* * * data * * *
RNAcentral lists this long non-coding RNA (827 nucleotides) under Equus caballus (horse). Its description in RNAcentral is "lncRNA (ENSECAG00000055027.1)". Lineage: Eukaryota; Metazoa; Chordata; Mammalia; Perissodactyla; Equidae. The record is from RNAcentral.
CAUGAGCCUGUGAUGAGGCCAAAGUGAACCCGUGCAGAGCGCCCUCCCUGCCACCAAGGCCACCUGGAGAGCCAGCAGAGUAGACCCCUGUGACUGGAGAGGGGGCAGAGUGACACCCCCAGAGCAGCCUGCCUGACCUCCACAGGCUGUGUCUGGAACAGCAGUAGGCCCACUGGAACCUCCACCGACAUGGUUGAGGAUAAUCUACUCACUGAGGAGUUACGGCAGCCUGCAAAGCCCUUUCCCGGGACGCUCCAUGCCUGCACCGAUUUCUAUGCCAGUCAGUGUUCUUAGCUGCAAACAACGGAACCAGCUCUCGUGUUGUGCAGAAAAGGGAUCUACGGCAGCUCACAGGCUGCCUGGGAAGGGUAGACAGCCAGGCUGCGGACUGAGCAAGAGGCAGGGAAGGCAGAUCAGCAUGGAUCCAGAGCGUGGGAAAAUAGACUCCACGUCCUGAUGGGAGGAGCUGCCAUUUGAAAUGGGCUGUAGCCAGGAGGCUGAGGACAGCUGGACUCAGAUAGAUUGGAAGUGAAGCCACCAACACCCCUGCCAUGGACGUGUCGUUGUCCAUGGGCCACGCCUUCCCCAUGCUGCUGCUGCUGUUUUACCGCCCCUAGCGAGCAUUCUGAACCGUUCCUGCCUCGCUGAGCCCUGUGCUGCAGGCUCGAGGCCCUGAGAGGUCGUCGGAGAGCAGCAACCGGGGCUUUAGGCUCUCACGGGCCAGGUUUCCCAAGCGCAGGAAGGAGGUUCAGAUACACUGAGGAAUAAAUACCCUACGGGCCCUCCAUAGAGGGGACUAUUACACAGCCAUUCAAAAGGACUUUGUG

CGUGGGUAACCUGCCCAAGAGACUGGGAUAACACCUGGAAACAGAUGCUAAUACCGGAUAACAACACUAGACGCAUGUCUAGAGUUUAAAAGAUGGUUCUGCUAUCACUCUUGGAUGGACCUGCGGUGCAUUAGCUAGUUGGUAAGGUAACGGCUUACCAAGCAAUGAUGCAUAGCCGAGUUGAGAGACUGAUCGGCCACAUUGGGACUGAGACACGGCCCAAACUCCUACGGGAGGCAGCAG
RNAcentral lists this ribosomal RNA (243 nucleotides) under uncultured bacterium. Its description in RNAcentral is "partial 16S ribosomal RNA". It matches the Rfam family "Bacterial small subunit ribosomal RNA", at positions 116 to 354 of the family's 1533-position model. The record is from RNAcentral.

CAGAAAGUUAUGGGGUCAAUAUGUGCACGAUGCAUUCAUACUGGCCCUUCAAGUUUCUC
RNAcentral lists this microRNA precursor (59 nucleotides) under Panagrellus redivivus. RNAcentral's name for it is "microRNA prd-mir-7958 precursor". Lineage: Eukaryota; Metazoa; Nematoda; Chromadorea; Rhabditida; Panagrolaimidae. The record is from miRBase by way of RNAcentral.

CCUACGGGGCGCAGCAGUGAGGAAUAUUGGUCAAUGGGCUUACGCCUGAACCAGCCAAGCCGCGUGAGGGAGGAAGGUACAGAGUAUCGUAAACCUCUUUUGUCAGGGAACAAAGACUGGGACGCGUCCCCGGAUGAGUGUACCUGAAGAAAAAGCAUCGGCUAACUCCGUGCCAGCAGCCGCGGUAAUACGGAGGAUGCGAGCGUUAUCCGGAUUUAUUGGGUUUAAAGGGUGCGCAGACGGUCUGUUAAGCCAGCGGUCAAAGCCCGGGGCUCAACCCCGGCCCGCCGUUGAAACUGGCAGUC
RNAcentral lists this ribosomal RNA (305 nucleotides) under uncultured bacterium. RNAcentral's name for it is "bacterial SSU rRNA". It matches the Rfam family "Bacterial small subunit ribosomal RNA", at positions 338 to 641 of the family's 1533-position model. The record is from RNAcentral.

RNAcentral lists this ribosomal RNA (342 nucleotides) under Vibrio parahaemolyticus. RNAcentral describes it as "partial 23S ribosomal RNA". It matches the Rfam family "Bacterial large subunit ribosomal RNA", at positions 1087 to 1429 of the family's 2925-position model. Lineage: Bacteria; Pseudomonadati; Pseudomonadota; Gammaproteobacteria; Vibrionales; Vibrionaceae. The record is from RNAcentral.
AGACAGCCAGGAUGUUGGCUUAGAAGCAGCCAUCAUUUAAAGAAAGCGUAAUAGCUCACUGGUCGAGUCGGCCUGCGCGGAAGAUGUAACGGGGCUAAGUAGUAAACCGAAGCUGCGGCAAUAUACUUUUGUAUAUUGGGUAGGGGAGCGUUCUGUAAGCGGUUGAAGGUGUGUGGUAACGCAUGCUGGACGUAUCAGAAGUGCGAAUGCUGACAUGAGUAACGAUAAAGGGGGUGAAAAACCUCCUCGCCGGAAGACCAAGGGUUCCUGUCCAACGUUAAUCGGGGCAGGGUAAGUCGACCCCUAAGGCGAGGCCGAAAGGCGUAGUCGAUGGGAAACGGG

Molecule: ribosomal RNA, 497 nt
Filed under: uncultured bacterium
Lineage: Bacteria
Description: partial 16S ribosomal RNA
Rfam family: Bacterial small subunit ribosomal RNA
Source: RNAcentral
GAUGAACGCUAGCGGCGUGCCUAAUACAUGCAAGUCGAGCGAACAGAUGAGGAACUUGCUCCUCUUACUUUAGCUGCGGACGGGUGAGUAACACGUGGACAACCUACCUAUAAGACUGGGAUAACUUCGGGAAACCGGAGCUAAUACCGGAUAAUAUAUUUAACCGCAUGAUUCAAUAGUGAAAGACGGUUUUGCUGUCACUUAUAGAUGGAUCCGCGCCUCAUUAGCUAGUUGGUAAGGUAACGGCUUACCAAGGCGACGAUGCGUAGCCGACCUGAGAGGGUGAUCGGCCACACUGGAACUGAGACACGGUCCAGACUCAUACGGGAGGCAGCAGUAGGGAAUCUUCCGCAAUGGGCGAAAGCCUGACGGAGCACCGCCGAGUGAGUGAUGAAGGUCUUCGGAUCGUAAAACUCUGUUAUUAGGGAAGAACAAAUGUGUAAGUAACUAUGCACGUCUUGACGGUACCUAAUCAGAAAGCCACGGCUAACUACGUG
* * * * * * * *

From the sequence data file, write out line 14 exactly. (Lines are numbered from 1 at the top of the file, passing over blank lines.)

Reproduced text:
Description: partial 16S ribosomal RNA